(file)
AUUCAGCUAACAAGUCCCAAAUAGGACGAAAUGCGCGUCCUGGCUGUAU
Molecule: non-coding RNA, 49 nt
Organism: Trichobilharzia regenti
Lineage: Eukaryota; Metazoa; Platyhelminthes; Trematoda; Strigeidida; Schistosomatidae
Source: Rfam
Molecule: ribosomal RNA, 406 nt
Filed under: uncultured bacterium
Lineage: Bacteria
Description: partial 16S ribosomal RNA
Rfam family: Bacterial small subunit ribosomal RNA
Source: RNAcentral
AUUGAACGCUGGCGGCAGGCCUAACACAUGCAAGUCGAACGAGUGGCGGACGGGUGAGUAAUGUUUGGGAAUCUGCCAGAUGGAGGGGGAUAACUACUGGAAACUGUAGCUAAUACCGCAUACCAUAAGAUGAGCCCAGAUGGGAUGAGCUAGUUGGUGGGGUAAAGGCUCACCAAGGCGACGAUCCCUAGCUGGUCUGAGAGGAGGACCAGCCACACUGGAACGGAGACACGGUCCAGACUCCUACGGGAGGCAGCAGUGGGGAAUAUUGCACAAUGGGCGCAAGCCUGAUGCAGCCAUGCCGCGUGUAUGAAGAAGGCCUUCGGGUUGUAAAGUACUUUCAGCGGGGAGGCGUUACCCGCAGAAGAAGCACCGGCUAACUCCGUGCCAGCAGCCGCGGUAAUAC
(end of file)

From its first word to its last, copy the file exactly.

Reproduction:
AUUCAGCUAACAAGUCCCAAAUAGGACGAAAUGCGCGUCCUGGCUGUAU
Molecule: non-coding RNA, 49 nt
Organism: Trichobilharzia regenti
Lineage: Eukaryota; Metazoa; Platyhelminthes; Trematoda; Strigeidida; Schistosomatidae
Source: Rfam
Molecule: ribosomal RNA, 406 nt
Filed under: uncultured bacterium
Lineage: Bacteria
Description: partial 16S ribosomal RNA
Rfam family: Bacterial small subunit ribosomal RNA
Source: RNAcentral
AUUGAACGCUGGCGGCAGGCCUAACACAUGCAAGUCGAACGAGUGGCGGACGGGUGAGUAAUGUUUGGGAAUCUGCCAGAUGGAGGGGGAUAACUACUGGAAACUGUAGCUAAUACCGCAUACCAUAAGAUGAGCCCAGAUGGGAUGAGCUAGUUGGUGGGGUAAAGGCUCACCAAGGCGACGAUCCCUAGCUGGUCUGAGAGGAGGACCAGCCACACUGGAACGGAGACACGGUCCAGACUCCUACGGGAGGCAGCAGUGGGGAAUAUUGCACAAUGGGCGCAAGCCUGAUGCAGCCAUGCCGCGUGUAUGAAGAAGGCCUUCGGGUUGUAAAGUACUUUCAGCGGGGAGGCGUUACCCGCAGAAGAAGCACCGGCUAACUCCGUGCCAGCAGCCGCGGUAAUAC